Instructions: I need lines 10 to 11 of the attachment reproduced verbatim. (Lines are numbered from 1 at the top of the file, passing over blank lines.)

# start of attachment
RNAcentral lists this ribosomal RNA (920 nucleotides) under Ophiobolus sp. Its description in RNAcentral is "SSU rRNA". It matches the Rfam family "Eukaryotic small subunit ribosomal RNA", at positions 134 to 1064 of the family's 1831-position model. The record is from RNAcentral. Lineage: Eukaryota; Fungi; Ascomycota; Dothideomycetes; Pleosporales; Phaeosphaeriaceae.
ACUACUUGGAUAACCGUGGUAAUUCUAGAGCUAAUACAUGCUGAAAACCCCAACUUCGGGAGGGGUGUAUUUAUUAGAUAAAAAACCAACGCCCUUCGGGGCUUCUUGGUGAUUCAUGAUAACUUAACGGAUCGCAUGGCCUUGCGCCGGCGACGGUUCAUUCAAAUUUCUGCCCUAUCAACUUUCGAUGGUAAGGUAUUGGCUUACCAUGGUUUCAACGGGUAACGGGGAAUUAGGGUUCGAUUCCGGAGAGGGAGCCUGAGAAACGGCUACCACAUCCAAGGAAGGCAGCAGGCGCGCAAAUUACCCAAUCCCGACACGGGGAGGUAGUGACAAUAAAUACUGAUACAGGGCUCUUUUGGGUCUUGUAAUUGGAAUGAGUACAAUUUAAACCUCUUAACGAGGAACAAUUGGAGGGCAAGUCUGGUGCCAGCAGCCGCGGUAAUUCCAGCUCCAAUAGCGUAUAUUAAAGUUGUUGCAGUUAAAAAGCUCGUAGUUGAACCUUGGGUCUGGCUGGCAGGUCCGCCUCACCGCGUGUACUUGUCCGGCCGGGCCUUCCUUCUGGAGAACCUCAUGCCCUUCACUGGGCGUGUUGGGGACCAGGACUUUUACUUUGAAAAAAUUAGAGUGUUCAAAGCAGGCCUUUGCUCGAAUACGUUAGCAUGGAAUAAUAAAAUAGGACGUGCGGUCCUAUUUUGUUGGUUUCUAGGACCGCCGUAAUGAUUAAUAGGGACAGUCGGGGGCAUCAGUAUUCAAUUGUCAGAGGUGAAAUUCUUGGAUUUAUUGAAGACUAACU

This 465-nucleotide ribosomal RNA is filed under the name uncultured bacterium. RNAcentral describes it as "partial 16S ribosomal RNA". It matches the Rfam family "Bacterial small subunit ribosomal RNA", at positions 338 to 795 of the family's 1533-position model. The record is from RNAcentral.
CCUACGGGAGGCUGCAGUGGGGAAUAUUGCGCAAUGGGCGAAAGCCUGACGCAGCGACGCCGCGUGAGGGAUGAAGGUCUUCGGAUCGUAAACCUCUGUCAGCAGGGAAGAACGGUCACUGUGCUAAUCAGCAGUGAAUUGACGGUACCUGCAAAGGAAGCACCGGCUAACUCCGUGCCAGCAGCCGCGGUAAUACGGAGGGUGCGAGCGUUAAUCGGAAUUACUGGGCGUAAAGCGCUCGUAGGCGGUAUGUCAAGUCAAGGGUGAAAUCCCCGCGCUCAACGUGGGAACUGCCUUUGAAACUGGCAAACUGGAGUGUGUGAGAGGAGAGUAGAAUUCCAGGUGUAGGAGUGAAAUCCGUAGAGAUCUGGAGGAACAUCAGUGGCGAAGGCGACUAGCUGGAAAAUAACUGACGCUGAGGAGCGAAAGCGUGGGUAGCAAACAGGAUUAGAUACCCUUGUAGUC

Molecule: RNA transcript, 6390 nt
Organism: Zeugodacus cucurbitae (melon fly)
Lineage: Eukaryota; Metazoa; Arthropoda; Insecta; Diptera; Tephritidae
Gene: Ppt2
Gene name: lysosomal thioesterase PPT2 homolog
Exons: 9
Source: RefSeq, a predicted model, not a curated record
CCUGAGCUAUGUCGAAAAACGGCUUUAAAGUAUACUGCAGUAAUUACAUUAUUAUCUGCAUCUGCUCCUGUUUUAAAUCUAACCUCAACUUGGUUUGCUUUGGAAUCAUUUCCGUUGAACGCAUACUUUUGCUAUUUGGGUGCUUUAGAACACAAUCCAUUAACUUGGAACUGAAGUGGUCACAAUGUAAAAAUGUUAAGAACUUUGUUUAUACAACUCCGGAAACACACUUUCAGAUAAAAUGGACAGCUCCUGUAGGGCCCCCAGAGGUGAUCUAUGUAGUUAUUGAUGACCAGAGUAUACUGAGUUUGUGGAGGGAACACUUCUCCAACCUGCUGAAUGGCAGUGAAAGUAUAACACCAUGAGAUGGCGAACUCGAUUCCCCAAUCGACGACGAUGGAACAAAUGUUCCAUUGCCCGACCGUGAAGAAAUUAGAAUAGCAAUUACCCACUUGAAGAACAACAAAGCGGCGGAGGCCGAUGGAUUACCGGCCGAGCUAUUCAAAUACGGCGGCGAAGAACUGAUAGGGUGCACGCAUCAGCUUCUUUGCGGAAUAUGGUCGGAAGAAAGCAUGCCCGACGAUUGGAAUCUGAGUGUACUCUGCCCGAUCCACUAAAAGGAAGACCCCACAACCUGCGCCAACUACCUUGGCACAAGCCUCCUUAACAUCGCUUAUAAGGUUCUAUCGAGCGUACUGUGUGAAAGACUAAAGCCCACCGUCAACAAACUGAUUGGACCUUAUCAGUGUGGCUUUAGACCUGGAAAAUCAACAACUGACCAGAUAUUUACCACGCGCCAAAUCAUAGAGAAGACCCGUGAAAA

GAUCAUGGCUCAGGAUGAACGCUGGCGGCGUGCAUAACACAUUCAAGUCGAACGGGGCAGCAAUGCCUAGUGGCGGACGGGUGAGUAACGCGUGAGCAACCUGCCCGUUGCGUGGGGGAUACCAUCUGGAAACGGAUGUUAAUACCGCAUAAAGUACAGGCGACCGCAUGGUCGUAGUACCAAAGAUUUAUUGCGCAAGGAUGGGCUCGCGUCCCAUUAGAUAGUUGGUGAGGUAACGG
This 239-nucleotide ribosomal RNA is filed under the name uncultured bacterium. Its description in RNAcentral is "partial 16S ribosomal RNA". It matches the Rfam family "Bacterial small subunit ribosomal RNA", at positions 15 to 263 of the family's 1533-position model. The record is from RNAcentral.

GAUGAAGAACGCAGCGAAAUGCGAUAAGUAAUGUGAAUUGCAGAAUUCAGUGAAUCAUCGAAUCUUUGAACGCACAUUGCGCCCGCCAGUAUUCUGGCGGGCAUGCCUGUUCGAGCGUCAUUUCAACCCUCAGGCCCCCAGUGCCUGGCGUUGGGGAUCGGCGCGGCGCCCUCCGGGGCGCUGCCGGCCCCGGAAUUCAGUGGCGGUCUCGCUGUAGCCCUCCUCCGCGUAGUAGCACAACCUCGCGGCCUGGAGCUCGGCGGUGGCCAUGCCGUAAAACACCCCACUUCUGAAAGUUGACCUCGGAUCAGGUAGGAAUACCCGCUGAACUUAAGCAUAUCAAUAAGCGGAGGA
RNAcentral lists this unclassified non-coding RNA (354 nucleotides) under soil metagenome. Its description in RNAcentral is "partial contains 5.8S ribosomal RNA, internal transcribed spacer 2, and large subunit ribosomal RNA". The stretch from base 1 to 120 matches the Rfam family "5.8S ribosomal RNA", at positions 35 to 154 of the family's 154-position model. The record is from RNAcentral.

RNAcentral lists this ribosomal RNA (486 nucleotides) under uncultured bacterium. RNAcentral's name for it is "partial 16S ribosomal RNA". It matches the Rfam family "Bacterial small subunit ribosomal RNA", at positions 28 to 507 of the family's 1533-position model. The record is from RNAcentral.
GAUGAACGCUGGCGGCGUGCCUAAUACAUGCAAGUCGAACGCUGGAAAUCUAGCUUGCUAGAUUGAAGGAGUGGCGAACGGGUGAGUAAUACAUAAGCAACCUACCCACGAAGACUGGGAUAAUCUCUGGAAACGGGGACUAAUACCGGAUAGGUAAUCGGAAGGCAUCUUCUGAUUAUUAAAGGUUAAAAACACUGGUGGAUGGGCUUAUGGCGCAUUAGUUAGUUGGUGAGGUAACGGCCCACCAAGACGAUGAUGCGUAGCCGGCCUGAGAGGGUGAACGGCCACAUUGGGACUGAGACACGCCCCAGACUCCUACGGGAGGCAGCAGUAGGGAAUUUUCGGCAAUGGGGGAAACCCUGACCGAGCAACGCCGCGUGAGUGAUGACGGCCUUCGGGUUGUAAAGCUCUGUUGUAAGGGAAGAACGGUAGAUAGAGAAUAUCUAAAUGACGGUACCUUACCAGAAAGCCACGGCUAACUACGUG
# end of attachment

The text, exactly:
Exons: 9
Source: RefSeq, a predicted model, not a curated record